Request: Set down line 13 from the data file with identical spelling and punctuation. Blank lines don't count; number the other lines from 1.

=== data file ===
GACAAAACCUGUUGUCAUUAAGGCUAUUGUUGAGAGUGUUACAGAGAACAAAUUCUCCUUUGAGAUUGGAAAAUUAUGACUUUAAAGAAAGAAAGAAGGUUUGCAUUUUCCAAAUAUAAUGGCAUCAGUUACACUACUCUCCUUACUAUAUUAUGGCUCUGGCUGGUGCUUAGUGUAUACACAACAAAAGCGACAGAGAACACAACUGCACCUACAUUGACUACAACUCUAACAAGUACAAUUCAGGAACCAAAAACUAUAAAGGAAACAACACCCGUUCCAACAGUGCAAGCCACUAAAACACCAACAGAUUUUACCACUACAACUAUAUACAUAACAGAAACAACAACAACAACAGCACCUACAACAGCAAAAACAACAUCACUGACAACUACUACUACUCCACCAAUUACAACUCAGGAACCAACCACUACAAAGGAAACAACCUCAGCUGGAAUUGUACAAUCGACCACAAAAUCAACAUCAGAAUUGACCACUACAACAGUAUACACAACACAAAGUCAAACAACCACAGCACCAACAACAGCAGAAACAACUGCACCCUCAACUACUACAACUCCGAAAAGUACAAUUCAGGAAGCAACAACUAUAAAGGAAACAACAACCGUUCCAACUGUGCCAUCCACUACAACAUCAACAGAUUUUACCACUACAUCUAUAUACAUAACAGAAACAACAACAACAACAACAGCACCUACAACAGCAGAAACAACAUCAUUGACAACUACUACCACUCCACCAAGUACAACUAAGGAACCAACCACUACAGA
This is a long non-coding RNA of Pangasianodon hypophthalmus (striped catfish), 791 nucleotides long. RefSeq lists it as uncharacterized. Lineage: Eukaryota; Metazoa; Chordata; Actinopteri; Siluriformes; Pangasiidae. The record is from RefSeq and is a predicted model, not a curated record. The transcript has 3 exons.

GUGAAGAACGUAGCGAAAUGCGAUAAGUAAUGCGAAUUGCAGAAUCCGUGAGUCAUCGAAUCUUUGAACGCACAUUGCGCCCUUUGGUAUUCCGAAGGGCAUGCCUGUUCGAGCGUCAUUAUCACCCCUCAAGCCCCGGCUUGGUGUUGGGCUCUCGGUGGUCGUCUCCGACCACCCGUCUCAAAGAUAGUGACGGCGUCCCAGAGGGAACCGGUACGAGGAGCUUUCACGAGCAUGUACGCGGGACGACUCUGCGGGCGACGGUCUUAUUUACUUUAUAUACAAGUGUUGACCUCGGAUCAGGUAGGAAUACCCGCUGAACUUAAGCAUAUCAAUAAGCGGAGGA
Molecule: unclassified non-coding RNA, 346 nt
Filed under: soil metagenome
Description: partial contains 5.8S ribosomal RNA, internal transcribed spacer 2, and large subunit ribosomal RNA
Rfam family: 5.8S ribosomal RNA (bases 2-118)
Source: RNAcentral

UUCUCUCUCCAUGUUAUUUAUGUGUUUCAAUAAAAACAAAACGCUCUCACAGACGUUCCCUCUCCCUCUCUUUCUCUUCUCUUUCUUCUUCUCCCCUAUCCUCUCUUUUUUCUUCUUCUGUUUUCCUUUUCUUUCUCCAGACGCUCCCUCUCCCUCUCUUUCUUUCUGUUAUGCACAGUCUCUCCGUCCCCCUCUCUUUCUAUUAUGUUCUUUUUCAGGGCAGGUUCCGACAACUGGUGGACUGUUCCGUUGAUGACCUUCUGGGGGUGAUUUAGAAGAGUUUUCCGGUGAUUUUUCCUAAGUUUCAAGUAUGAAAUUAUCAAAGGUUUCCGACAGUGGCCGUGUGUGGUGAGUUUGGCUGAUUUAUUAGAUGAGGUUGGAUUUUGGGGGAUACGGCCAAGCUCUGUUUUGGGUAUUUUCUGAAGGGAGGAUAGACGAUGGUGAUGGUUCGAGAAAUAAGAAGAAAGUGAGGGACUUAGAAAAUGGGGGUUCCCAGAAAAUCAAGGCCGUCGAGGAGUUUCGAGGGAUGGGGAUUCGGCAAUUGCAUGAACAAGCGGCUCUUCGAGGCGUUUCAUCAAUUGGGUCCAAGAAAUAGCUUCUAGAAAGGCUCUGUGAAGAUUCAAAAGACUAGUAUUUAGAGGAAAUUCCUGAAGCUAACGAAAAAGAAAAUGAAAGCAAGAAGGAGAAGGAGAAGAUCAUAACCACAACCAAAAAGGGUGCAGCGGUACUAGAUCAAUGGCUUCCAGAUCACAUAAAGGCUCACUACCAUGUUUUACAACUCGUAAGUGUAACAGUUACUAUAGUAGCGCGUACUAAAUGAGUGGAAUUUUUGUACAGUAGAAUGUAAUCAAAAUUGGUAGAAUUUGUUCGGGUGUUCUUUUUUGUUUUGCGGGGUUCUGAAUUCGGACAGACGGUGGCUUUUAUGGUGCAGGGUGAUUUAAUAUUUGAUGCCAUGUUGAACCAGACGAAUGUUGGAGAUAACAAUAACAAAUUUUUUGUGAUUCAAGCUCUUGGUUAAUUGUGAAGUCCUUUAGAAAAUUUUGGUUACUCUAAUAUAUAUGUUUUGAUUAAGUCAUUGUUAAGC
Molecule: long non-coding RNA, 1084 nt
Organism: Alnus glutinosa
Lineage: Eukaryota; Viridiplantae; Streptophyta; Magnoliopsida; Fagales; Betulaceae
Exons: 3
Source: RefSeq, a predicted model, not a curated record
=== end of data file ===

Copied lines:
Exons: 3